4. Drink more water.
  5. Do more things that I enjoy.
  6. Spend more time with my friends, and be more outgoing.
  7. Have a generally better year than 2016.

Thank you for reading everyone! I would love to hear your feedback! What are your new year’s resolutions? Got any suggestions for books to read in the new year? Have a fun readathon I could join next year? I’d love to year any of your thoughts, really. Anyways, see you in my next post! 🙂

Bookmas Day Nine

Hello! Today I am back with a Bookmas day nine blog post, which is actually day two for me because of extenuating circumstances. Anyways, this is a readathon and video/blogathon hosted by the fabulous youtuber Haileyinbookland so if you do not know her, definitely check out her videos!

Today’s prompt is to write about nine young adult books that came out in 2016. I don’t have nine young adult books that I read that came out this year, but I have six (sort of kind of) and two middle grades that came out this year, so I guess I’ll tell you about those! These are in no particular order by the way.

1) This Savage Song by Victoria Schwab

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This was basically an urban fantasy, and what I particularly liked was the fact that it was a ya book, with boy and girl main characters, and no romance. The sequel comes out in 2017, so I’m crossing my fingers that that one will turn out to be just as good.

2) Passenger by Alexandra Bracken

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I read this one recently, and I actually quite liked it. I heard that it was a bit of a disappointment for many people, but I didn’t find that true for me. Maybe that’s because I haven’t read her other series, The Darkest Minds. The sequel for this one comes out very, very soon, so I am hopeful for that one as well.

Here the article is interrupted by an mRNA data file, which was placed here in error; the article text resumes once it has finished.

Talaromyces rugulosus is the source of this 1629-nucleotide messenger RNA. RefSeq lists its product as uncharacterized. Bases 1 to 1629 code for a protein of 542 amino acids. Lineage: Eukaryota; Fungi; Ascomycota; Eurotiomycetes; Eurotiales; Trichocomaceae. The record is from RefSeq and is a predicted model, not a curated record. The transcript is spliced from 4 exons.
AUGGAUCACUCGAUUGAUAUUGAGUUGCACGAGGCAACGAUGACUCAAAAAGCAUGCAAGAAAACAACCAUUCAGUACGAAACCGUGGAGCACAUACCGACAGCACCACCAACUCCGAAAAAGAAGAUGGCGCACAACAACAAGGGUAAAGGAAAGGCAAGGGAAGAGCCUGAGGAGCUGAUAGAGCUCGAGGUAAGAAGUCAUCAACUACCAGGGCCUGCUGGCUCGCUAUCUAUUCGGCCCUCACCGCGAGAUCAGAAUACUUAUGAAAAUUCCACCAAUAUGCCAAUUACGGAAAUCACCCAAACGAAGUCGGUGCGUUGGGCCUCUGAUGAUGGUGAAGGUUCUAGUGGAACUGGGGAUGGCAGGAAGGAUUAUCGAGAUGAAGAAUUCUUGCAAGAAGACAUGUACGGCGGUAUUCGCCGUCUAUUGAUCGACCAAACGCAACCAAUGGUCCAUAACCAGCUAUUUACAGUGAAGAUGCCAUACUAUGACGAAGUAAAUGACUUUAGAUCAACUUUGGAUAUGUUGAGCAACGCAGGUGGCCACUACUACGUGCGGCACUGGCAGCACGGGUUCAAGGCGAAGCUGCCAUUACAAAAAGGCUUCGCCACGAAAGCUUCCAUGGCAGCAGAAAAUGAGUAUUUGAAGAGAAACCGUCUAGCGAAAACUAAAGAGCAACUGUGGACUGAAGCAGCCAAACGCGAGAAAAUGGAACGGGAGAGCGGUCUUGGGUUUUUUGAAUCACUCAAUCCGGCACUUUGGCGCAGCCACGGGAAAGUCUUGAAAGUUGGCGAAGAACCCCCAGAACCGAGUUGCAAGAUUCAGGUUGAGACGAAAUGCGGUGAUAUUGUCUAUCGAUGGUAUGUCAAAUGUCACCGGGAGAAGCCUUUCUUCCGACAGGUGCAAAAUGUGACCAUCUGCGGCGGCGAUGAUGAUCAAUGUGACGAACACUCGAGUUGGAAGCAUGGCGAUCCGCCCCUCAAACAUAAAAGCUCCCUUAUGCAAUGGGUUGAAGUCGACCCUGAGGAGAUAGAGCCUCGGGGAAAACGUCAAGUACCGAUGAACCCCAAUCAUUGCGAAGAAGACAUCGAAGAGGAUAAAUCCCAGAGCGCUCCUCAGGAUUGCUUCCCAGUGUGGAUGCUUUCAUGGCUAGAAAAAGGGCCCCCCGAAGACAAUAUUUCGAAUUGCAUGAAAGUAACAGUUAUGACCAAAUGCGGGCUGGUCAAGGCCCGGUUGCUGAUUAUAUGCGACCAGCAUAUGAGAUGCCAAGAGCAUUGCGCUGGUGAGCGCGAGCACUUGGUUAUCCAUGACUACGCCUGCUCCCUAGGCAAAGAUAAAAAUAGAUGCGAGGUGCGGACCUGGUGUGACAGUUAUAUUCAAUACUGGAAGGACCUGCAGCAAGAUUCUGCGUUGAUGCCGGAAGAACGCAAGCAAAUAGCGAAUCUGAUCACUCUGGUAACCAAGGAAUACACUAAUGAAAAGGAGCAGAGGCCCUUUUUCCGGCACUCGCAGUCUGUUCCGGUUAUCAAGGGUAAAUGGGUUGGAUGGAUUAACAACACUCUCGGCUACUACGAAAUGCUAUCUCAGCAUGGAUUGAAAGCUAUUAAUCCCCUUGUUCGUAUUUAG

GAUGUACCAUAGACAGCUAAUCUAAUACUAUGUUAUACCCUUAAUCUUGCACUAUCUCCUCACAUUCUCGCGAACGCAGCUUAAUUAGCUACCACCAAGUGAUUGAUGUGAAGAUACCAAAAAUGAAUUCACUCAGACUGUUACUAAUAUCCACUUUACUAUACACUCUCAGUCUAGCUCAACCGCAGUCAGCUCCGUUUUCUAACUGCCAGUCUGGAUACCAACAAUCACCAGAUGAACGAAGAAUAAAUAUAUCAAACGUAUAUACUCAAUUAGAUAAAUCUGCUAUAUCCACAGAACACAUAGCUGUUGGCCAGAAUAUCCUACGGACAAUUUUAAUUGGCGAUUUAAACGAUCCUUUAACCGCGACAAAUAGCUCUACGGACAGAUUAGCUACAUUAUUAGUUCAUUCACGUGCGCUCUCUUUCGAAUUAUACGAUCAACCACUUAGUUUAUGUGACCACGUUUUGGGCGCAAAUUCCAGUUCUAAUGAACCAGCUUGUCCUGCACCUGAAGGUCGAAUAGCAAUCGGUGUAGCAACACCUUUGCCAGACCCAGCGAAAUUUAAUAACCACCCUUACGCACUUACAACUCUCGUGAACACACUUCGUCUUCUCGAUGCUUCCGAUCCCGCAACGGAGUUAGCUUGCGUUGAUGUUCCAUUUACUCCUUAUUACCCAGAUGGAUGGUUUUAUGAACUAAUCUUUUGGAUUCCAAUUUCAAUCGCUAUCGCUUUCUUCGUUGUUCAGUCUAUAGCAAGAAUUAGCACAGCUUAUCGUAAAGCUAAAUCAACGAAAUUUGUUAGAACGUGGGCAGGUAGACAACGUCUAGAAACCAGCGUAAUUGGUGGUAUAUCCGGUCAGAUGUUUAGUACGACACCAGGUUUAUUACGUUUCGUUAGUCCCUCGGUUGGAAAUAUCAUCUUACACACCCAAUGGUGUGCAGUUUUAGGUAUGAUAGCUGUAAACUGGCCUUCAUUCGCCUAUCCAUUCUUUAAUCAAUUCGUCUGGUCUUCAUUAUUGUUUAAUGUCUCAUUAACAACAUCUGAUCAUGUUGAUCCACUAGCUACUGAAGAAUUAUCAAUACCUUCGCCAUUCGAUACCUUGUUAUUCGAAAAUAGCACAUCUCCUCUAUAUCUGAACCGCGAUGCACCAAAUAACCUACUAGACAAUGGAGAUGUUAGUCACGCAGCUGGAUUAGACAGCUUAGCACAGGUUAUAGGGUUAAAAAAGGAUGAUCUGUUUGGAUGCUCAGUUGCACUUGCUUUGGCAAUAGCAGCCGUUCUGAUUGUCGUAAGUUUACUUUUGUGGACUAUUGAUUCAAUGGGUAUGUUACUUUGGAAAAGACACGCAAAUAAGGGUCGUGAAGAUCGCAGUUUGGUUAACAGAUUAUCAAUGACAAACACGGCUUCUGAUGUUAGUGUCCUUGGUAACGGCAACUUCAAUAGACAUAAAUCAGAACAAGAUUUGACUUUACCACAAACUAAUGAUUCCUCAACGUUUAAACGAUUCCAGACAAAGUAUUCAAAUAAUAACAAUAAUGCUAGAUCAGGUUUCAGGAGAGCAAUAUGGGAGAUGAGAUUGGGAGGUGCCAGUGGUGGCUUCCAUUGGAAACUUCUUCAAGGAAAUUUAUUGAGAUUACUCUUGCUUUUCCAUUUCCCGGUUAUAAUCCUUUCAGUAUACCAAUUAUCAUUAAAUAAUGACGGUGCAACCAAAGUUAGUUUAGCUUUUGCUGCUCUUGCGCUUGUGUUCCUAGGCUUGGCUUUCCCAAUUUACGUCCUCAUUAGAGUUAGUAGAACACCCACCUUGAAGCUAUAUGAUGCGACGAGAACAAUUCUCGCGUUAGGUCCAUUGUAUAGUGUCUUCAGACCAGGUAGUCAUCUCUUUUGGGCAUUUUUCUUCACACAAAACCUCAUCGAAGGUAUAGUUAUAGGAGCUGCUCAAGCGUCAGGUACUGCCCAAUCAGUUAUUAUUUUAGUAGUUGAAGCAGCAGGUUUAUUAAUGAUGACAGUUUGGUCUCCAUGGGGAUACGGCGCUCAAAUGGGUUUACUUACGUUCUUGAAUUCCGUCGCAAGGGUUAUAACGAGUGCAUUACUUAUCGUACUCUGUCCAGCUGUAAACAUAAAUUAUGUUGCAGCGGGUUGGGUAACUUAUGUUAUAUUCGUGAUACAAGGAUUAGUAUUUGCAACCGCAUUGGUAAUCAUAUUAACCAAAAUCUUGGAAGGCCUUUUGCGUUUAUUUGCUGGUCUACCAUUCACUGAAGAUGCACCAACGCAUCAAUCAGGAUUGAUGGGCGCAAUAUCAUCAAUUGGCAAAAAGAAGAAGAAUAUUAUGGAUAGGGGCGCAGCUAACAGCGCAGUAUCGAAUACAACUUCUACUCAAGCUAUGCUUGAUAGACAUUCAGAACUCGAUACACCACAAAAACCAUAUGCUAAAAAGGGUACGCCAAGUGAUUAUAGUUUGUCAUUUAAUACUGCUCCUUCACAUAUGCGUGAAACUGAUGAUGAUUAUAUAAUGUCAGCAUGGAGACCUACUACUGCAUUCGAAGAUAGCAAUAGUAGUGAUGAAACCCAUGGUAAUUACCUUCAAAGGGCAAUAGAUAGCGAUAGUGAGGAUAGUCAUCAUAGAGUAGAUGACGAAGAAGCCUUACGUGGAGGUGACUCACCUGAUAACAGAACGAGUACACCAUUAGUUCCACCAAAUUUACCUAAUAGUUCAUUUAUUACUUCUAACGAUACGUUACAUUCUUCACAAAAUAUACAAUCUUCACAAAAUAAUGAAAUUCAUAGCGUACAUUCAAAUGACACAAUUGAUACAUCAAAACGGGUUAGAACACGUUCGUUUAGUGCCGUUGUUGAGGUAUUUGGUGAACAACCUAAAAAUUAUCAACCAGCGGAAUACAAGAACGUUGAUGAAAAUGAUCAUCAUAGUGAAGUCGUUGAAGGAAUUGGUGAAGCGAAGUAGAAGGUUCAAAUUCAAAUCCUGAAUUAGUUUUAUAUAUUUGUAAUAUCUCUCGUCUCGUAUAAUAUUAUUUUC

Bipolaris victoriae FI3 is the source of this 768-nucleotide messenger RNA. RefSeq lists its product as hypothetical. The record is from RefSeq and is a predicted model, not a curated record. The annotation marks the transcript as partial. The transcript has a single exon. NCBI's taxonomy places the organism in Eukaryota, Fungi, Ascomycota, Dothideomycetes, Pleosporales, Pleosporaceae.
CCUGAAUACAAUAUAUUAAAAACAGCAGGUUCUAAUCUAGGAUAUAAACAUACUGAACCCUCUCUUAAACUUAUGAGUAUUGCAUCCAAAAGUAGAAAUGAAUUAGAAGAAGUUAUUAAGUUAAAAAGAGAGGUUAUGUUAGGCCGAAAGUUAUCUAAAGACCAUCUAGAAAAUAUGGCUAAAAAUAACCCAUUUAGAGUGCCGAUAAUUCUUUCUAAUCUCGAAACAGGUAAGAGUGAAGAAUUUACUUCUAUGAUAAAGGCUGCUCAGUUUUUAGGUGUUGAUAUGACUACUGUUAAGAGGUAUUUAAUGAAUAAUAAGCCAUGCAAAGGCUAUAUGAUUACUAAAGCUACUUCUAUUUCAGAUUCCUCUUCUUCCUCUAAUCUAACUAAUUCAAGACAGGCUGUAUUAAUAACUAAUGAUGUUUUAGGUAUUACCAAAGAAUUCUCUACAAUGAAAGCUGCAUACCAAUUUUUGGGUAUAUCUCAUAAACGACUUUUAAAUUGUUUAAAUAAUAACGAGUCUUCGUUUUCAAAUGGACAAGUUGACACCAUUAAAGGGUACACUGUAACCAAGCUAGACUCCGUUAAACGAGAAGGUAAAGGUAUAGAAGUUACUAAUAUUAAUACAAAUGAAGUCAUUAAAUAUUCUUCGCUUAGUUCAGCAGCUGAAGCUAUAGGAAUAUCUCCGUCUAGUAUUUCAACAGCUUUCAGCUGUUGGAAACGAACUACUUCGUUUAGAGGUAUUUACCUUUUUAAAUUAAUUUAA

3) Harry Potter and the Cursed Child

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This one seems to be a disappointment for many people also, but I enjoyed it. Maybe I just have low standards. I don’t really know.

4) Fantastic Beasts and Where to Find Them

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I’m kind of cheating with this one, because I didn’t read the screenplay. But I have ordered it, and I saw (and loved) the move. So I’m only cheating a little.

5) The Last Star by Rick Yancey

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This is the conclusion to the 5th Wave trilogy, and I have to say that I was underwhelmed, both with the book and the entire series.

6) The Smell of Other People’s Houses by Bonnie-Sue Hitchcock

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This is historical fiction set in Alaska, and believe it or not was one of my favorite books all year. It’s pretty short (not even 250 pages) but fantastic. I wrote a full review for it here.

And now we are getting into the middle grade books:

7) When the Sea Turned to Silver by Grace Lin

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I’ve said many things about this book (and this author) in the past, and basically all of them were good things. Read my full review here.

8) The Other Boy by M.G. Hennessey

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This is about a 12 year old transgender boy, and I have a review for it here.

Huzzah. I have officially run out of books that I have read that were published in 2016. So, here is one that I bought that was published in 2016 but have not yet read:

9) Tales of the Peculiar by Ransom Riggs

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And my current read is The Gift by Cecilia Ahern, and I think that I have made good progress on it- given that I have a concussion.

Thank you so much for reading, and I will hopefully see you all in my next post!

Bookmas Day 8

So, I’m starting this thing pretty late, but I have a good excuse, and that’s that I got a concussion on Saturday. Read my life update if you want to know about it.